We’ve all seen the commercials for reverse mortgages, which allow you to access the value in your home without selling it. John answers reverse mortgage questions all the time, and now he’s going to help Devin and you learn more about the pros and cons of reverse mortgages. Whether you’re learning for yourself, or helping your parents, there is something in here for you!
A reverse mortgage is a loan against the value of your house, and you don’t have to repay that money until the property transfers ownership, often due to death of the homeowner.
On average, you can access up to about 60% of your home’s value. There are many different ways to access this money. You may be able to chose a lump sum, a series of fixed payments, an annuity-type payment, or a line of credit.
It may sound like a great deal, but there are many reasons why it isn’t as great as it seems. But it can still be the right tool for certain people in certain situations.
First, reverse mortgages have very high fees. This includes a large origination fee, and lots of other little fees. Interest rates are typically high and many reverse mortgages have a variable rate. Though there are federal laws that prohibit the most predatory costs, a reverse mortgage is very expensive.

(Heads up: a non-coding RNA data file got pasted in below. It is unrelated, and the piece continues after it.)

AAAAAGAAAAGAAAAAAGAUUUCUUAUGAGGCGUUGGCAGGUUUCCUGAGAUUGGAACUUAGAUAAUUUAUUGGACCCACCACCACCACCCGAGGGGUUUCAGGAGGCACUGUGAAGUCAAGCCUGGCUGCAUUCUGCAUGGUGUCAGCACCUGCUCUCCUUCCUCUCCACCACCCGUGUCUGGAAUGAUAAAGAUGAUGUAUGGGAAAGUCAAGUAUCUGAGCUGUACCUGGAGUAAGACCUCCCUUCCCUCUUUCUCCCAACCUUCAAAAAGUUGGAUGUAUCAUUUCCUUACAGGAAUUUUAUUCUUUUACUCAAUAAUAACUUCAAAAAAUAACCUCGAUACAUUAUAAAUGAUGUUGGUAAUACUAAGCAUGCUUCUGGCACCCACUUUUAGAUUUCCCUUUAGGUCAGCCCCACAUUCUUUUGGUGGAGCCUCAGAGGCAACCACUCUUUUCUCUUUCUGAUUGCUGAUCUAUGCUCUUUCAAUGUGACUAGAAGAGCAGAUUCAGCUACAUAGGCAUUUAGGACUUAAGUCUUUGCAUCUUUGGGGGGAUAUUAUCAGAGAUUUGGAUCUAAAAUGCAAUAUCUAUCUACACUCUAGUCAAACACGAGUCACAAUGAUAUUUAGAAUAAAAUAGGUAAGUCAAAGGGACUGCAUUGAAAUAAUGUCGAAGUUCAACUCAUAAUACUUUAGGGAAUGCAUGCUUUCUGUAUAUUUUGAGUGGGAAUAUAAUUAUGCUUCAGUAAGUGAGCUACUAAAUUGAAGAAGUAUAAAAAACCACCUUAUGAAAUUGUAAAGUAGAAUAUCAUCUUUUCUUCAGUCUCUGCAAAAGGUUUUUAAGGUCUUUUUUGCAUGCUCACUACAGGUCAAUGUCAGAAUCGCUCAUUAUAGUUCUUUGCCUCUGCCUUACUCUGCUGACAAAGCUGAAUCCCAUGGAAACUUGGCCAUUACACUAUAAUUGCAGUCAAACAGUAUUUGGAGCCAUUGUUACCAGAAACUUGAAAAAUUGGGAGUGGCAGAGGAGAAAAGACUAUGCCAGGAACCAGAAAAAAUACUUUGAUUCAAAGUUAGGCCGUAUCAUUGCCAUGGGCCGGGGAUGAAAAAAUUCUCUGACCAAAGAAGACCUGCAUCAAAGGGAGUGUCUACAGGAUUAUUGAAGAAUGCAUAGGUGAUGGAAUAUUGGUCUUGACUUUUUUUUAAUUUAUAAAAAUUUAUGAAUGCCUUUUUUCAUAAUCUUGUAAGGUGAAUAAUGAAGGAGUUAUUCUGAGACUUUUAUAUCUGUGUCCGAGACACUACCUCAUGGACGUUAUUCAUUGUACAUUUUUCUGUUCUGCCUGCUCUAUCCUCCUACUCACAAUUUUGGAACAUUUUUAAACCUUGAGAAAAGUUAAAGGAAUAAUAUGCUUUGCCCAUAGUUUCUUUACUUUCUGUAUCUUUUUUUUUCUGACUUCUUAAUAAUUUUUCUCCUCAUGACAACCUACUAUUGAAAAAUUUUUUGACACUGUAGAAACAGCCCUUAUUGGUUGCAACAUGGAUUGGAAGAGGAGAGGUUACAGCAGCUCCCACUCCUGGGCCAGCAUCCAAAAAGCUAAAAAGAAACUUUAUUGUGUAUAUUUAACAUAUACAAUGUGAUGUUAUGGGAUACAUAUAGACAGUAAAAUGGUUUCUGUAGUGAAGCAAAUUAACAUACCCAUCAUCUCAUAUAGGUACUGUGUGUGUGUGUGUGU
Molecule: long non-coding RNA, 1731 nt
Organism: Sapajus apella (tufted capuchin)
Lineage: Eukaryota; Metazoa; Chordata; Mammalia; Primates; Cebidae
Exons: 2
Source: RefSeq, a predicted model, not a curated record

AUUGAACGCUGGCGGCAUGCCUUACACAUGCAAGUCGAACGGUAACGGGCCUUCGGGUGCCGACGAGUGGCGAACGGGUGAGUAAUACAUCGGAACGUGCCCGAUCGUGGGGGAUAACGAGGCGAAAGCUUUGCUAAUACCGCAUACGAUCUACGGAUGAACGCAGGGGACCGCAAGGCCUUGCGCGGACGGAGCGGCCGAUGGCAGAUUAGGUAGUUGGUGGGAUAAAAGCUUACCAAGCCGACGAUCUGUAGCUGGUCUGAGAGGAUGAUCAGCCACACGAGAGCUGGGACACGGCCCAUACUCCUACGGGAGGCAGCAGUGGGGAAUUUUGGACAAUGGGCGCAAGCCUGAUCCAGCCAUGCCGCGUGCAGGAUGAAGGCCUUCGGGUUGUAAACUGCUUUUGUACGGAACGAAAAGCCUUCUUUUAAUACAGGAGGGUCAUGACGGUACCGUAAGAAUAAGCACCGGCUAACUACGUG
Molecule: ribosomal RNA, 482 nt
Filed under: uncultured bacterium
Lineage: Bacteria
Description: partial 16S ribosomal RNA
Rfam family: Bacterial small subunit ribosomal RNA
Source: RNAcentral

It can also be very difficult to figure out the possible unintended consequences of taking out a reverse mortgage. One of the first problems is that the reverse mortgage requires that you occupy the property. What happens if you are in the hospital, a nursing home, or a rehabilitation facility for a long stay?
Like most financial products out there, there are some cases where a reverse mortgage is a good fit. You need to get some good qualified advice before you jump in, but don’t get that advice from the people selling the reverse mortgage. Federal law requires that you sit down with a counselor, but that also isn’t the best place to get thorough, impartial advice. You want a financial planner or an elder care attorney to help you evaluate all the options to accomplish your goals.
- What Tom Selleck has to say about reverse mortgages
- Why reverse mortgages are foreclosed upon at a much higher rate than a regular mortgage
- How you can buy a house with a reverse mortgage
- John explores some other options to tap the equity in your home
Resources mentioned in this episode:
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